The Ethics of Liberty
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This book is a masterpiece of argumentation, and shockingly radical in its conclusions. Rothbard says that the very existence of the state--the entity with a monopoly privilege to invade private property--is contrary to the ethics of liberty. A society without a state is not only viable; it is the only one consistent with natural rights.
In this volume, Rothbard first familiarizes the reader with Natural Law theory. After this ethical introduction, he goes on to address numerous ethical issues, showing how liberty is in the right in every case. In the final two sections, Rothbard enumerates the state's role in society as inherently anti-liberty, and details the structure of alternate theories of liberty.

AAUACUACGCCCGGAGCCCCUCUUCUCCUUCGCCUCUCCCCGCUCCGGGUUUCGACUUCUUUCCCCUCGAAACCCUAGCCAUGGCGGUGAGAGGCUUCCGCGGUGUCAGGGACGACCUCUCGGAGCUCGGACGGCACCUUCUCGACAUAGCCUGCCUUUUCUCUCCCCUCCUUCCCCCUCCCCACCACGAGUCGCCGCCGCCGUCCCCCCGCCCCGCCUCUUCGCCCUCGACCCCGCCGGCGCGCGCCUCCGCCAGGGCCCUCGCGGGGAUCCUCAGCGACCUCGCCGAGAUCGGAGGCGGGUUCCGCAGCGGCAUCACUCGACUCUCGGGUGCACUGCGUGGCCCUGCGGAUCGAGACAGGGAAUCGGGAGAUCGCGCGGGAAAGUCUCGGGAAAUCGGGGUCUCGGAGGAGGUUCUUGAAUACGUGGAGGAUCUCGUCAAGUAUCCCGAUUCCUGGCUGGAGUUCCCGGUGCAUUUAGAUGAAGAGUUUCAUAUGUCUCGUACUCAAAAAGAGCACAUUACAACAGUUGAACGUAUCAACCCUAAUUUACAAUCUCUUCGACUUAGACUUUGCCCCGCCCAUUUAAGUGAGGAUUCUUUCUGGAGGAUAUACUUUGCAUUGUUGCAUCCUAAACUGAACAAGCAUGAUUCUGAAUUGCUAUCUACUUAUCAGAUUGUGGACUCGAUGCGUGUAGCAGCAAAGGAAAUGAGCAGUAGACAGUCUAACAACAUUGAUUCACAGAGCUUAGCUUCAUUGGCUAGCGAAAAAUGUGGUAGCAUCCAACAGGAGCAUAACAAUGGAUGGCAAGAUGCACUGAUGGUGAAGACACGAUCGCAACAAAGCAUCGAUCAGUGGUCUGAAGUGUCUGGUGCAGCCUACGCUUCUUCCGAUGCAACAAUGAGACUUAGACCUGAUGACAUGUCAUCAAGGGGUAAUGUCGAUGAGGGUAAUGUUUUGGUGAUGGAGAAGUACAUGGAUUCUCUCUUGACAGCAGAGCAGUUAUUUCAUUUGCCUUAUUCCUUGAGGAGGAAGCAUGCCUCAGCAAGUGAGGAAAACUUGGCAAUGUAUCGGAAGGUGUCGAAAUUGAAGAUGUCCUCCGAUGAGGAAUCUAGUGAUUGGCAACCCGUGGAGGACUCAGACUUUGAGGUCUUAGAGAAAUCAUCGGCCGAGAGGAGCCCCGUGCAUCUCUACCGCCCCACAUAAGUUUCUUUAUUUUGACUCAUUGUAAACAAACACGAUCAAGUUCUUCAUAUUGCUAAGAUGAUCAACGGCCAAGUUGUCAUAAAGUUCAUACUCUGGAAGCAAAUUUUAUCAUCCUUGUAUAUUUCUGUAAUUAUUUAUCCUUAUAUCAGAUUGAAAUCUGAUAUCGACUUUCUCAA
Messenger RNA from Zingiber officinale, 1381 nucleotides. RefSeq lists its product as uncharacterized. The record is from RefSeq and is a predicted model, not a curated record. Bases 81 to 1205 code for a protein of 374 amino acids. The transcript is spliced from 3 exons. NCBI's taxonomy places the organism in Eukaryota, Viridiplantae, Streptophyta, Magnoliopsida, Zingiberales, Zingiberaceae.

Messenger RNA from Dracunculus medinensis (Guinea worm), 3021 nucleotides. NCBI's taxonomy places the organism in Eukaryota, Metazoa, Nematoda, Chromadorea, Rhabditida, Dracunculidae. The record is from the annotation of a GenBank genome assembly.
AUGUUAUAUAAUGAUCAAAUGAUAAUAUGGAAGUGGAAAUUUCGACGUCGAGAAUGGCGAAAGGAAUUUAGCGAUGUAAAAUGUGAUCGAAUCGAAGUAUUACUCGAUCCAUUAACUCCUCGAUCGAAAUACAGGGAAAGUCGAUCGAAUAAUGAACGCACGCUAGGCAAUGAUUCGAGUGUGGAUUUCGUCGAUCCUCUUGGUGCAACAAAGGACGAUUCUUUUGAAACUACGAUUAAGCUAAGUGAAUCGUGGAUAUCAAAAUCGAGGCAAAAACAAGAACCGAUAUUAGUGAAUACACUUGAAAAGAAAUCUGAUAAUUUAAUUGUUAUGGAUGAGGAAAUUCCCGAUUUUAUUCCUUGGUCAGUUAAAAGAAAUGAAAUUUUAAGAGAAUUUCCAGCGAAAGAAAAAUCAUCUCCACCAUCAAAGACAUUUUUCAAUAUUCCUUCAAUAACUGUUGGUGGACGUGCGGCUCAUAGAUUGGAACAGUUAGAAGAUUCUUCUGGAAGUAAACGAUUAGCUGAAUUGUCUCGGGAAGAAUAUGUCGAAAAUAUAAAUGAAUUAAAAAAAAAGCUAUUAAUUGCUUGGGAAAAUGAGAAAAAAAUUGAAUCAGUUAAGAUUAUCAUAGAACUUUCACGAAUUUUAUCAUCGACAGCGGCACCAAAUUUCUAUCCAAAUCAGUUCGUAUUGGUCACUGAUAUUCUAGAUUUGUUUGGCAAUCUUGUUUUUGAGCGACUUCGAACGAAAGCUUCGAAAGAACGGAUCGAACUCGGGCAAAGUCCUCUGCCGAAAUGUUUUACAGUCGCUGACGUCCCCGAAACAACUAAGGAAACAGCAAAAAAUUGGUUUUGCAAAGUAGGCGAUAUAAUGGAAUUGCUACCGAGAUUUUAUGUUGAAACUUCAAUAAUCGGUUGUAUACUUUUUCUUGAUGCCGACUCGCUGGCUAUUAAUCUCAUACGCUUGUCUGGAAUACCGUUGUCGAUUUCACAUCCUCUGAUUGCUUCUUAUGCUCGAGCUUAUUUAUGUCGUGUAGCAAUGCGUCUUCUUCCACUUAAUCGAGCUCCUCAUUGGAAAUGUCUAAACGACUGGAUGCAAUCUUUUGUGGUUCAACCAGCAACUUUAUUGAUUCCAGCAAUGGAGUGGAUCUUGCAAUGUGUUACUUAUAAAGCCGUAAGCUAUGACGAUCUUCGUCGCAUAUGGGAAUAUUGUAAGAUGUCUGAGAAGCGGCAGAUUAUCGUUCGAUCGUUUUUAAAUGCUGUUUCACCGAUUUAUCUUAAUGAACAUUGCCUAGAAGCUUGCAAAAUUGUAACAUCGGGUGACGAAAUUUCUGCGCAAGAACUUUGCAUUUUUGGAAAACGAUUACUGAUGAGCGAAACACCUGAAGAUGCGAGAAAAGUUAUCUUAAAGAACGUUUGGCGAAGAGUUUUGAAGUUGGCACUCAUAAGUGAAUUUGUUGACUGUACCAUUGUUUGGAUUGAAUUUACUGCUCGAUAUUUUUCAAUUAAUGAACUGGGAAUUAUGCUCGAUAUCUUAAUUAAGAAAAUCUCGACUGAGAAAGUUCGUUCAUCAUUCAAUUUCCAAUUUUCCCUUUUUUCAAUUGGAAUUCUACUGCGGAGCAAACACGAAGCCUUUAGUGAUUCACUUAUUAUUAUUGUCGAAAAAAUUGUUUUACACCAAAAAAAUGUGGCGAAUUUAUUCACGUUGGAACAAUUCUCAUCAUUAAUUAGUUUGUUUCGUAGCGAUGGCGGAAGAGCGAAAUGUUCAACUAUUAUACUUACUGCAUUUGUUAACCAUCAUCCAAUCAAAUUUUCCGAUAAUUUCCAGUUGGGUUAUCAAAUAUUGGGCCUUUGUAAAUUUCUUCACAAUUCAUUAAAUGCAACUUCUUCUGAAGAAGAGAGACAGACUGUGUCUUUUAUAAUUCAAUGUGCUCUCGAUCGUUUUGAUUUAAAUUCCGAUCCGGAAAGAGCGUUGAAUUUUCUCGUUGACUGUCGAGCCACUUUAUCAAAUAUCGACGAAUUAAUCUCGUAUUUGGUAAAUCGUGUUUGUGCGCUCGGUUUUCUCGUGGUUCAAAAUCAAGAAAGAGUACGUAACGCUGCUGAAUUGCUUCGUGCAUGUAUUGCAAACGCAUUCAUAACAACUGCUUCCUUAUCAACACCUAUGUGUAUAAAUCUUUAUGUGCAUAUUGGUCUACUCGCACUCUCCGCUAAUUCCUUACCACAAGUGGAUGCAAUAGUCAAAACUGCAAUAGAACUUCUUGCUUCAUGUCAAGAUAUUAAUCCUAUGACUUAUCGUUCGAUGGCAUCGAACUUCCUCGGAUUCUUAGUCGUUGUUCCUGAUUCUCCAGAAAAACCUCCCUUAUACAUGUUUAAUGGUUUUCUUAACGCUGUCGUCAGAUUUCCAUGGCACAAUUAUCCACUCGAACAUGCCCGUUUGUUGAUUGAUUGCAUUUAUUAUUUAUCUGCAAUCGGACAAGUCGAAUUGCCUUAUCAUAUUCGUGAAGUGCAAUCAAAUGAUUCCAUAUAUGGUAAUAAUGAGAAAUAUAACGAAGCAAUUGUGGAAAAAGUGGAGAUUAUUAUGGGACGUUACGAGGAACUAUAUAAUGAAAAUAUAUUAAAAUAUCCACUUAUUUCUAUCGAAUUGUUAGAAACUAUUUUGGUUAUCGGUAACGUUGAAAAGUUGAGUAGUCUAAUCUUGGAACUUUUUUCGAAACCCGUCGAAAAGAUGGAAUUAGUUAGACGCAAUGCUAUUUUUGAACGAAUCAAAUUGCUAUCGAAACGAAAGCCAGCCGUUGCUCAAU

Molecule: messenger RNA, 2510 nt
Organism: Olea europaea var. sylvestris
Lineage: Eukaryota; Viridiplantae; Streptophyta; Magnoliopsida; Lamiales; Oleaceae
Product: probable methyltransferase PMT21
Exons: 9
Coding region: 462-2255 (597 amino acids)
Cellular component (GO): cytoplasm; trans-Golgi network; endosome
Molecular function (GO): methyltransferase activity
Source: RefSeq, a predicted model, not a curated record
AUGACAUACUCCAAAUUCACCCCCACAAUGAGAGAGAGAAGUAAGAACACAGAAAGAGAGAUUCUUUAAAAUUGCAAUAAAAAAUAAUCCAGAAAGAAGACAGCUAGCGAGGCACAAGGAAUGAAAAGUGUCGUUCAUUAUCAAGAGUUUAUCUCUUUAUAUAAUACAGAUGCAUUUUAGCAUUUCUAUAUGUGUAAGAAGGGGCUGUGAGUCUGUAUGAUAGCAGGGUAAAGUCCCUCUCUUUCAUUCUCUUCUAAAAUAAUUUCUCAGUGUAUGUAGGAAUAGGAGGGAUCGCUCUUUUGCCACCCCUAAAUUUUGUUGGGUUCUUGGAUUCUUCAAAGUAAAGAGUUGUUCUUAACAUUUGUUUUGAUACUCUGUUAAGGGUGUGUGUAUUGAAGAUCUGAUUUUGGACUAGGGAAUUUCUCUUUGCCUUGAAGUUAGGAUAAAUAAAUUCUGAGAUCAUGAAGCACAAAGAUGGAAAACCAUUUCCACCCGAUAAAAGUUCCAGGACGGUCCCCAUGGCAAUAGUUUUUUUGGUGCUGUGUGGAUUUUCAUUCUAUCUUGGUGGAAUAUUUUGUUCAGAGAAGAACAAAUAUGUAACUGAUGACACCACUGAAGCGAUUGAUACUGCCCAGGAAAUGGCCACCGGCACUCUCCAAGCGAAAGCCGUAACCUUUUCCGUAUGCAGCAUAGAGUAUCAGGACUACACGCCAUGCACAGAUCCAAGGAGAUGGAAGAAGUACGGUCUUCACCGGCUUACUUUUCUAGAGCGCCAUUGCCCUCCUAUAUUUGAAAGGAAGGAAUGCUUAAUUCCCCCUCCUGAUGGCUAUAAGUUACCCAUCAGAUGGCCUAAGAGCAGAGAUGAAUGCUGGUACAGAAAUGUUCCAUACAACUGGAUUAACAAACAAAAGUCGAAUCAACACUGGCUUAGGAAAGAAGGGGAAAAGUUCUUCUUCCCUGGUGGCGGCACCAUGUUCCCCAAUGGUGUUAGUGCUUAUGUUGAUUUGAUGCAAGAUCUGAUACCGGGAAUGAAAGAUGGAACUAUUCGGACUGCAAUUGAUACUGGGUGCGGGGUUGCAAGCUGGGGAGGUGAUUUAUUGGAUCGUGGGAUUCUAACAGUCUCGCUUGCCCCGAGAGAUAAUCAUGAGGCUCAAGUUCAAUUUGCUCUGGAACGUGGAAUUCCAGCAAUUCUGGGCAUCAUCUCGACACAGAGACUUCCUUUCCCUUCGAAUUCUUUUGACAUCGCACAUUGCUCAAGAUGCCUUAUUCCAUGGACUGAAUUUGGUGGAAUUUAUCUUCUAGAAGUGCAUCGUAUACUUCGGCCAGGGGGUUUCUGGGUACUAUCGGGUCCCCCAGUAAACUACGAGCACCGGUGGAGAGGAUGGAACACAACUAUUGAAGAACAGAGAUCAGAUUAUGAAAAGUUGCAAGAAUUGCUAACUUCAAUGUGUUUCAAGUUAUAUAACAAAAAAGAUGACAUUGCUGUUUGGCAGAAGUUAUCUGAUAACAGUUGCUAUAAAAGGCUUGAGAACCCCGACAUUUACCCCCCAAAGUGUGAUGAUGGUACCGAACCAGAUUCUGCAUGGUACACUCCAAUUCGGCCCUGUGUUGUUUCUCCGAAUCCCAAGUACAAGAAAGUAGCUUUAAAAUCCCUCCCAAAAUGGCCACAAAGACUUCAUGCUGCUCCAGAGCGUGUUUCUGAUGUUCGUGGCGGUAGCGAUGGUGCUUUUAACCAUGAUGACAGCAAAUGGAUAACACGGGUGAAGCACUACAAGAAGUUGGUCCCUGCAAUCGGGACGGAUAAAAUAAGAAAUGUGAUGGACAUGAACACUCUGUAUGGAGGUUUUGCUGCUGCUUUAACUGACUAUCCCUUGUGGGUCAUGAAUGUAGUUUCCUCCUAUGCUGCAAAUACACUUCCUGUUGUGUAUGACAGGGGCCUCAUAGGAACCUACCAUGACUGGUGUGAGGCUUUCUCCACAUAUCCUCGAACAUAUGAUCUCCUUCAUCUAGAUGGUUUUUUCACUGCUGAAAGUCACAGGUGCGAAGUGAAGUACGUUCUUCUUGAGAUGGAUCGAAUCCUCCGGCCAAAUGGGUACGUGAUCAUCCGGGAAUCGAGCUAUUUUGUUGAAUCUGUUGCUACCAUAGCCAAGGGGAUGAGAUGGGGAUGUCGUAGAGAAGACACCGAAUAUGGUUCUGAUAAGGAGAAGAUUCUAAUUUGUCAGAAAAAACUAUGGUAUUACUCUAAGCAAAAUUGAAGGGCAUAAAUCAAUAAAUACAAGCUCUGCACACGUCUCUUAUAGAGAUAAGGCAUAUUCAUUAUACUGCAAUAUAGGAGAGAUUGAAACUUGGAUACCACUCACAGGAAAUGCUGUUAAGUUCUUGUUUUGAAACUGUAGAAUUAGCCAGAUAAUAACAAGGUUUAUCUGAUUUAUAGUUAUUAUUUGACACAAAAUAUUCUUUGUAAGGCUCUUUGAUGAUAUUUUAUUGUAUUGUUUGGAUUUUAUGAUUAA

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LibraryThing ReviewUser Review - ewalrath - LibraryThing
This was my favorite of the books I read for my capitolo-anarchist symposium. Rothbard is considered very weak, almost a dandy of the field, but for a bleeding heart libertarian, he's the closest they get to me. Read full review
LibraryThing ReviewUser Review - ServusLibri - LibraryThing
The book is a collection of topical essays, organized or presented in five parts. The first three parts deliver Rothbard's views on natural law, on various topics or ethical issues related to society ... Read full review